John, appreciate the reporting.

Up next, the Pineapple Express, it sounds like something Steve McGarrett should be investigating. But, in fact, it is a deadly weather pattern that pummelled the Pacific Northwest, raising water levels up to 25 feet in 48 hours, thousands evacuated, tens of thousands without power. How long will the storm last? And where is it headed next?

That is what we will find out -- when 360 continues.

(COMMERCIAL BREAK) COOPER: That's just a taste of what the Pacific Northwest is dealing with tonight. Back-to-back storms have left major fallout in their wake, including at least five deaths. Thousands are without power, and flooding has shut down major highways and roadways. The governors of Oregon and Washington have declared states of emergency.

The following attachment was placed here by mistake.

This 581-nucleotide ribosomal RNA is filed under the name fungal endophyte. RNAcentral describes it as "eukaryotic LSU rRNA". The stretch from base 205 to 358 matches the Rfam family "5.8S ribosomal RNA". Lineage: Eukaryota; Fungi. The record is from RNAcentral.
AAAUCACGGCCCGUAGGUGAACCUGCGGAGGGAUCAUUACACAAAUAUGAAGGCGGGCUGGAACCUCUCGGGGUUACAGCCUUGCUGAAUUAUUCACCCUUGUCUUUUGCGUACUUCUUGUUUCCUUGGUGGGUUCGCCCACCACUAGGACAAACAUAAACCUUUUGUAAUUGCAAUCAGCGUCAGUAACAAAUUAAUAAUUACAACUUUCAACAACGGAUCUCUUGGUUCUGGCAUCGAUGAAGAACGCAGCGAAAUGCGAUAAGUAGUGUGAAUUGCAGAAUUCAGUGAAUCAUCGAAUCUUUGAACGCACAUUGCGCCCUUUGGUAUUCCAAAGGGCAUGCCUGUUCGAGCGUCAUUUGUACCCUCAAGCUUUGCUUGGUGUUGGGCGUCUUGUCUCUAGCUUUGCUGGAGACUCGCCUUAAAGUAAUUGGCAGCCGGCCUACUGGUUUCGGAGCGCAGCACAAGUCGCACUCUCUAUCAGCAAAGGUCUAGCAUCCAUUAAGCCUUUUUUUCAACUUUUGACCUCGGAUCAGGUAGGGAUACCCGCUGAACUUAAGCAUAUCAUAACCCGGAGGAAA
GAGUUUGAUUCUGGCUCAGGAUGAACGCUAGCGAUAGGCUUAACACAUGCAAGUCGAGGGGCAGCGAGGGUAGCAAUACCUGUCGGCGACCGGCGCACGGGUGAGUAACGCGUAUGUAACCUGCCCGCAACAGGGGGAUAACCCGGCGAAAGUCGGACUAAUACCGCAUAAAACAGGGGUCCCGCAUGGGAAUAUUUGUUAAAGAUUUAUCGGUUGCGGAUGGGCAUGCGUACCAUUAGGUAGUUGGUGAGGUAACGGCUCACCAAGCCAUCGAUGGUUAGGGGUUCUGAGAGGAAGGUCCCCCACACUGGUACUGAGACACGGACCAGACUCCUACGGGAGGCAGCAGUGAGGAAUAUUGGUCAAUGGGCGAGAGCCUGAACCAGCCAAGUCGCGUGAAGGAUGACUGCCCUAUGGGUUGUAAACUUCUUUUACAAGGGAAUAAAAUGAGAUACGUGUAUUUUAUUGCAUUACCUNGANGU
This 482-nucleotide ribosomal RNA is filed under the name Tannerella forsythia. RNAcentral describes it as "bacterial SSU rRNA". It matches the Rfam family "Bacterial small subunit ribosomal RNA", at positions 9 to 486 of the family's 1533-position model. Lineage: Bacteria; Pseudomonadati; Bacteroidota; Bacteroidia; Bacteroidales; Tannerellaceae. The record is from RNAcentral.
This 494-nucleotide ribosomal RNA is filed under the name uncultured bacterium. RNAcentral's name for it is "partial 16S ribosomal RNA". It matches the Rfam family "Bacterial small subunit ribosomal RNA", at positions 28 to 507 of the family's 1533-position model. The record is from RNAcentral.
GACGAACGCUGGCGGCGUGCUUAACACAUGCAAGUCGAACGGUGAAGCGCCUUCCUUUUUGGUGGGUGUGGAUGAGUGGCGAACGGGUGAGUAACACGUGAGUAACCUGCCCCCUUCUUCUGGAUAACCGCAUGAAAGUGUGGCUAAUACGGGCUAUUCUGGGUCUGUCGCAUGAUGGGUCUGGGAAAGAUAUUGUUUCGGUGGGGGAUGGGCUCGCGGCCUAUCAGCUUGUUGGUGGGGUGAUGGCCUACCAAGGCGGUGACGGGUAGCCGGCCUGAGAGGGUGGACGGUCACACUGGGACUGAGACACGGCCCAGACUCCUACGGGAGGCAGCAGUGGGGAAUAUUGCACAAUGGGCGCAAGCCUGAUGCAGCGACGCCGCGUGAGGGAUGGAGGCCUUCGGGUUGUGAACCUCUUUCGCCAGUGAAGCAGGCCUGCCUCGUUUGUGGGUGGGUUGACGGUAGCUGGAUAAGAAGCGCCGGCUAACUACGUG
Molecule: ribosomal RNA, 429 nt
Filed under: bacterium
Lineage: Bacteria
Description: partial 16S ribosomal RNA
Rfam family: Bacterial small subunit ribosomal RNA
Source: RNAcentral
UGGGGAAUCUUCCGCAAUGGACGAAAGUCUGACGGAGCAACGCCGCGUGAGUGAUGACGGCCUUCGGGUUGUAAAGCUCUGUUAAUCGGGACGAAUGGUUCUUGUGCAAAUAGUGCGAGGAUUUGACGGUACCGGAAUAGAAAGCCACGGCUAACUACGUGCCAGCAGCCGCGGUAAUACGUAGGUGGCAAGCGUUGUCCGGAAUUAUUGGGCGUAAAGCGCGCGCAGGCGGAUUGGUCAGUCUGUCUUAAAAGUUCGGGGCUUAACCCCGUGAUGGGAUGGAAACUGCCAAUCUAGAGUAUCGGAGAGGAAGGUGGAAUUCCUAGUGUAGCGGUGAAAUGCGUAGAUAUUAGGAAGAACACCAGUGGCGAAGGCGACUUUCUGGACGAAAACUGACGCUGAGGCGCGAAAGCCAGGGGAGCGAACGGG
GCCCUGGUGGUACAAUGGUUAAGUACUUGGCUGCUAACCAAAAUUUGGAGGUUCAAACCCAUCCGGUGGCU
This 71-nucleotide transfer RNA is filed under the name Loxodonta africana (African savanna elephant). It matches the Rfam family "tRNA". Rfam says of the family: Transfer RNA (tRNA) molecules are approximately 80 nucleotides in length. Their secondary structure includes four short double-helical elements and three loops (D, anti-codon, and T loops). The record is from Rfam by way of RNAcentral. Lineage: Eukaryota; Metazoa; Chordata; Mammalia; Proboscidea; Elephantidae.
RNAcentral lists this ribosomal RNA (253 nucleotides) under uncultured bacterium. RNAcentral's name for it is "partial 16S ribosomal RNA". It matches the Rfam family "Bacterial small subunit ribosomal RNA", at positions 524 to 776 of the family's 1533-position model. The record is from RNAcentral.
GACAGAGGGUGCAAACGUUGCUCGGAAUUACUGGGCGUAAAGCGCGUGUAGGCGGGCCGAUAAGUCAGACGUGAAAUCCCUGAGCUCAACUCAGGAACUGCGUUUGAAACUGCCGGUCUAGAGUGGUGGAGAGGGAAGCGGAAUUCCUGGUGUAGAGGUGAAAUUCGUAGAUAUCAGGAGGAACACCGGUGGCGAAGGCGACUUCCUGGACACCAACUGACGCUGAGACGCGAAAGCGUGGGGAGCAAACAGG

CNN's Chad Myers joins me now from the weather center.

Chad, where -- what are we looking at?

CHAD MYERS, CNN METEOROLOGIST: Right now, the storm has broken off, Anderson. It's just turned into an Alberta clipper, making snow for Chicago and Milwaukee.

I'm going to back you up a couple of days, when the winds were blowing 100 miles per hour. And then what you alluded to, this pineapple express, or this pineapple connection came into play.

Now what is it? Well, Hawaii has pineapples. And when you get a flow that comes from the tropical Pacific, like Hawaii, and it blows on up either into Washington, Oregon -- it can go to British Columbia or it can go into California -- we call this connection the pineapple express. A pineapple connection getting -- bringing all that tropical moisture in the air and dumping it on the land.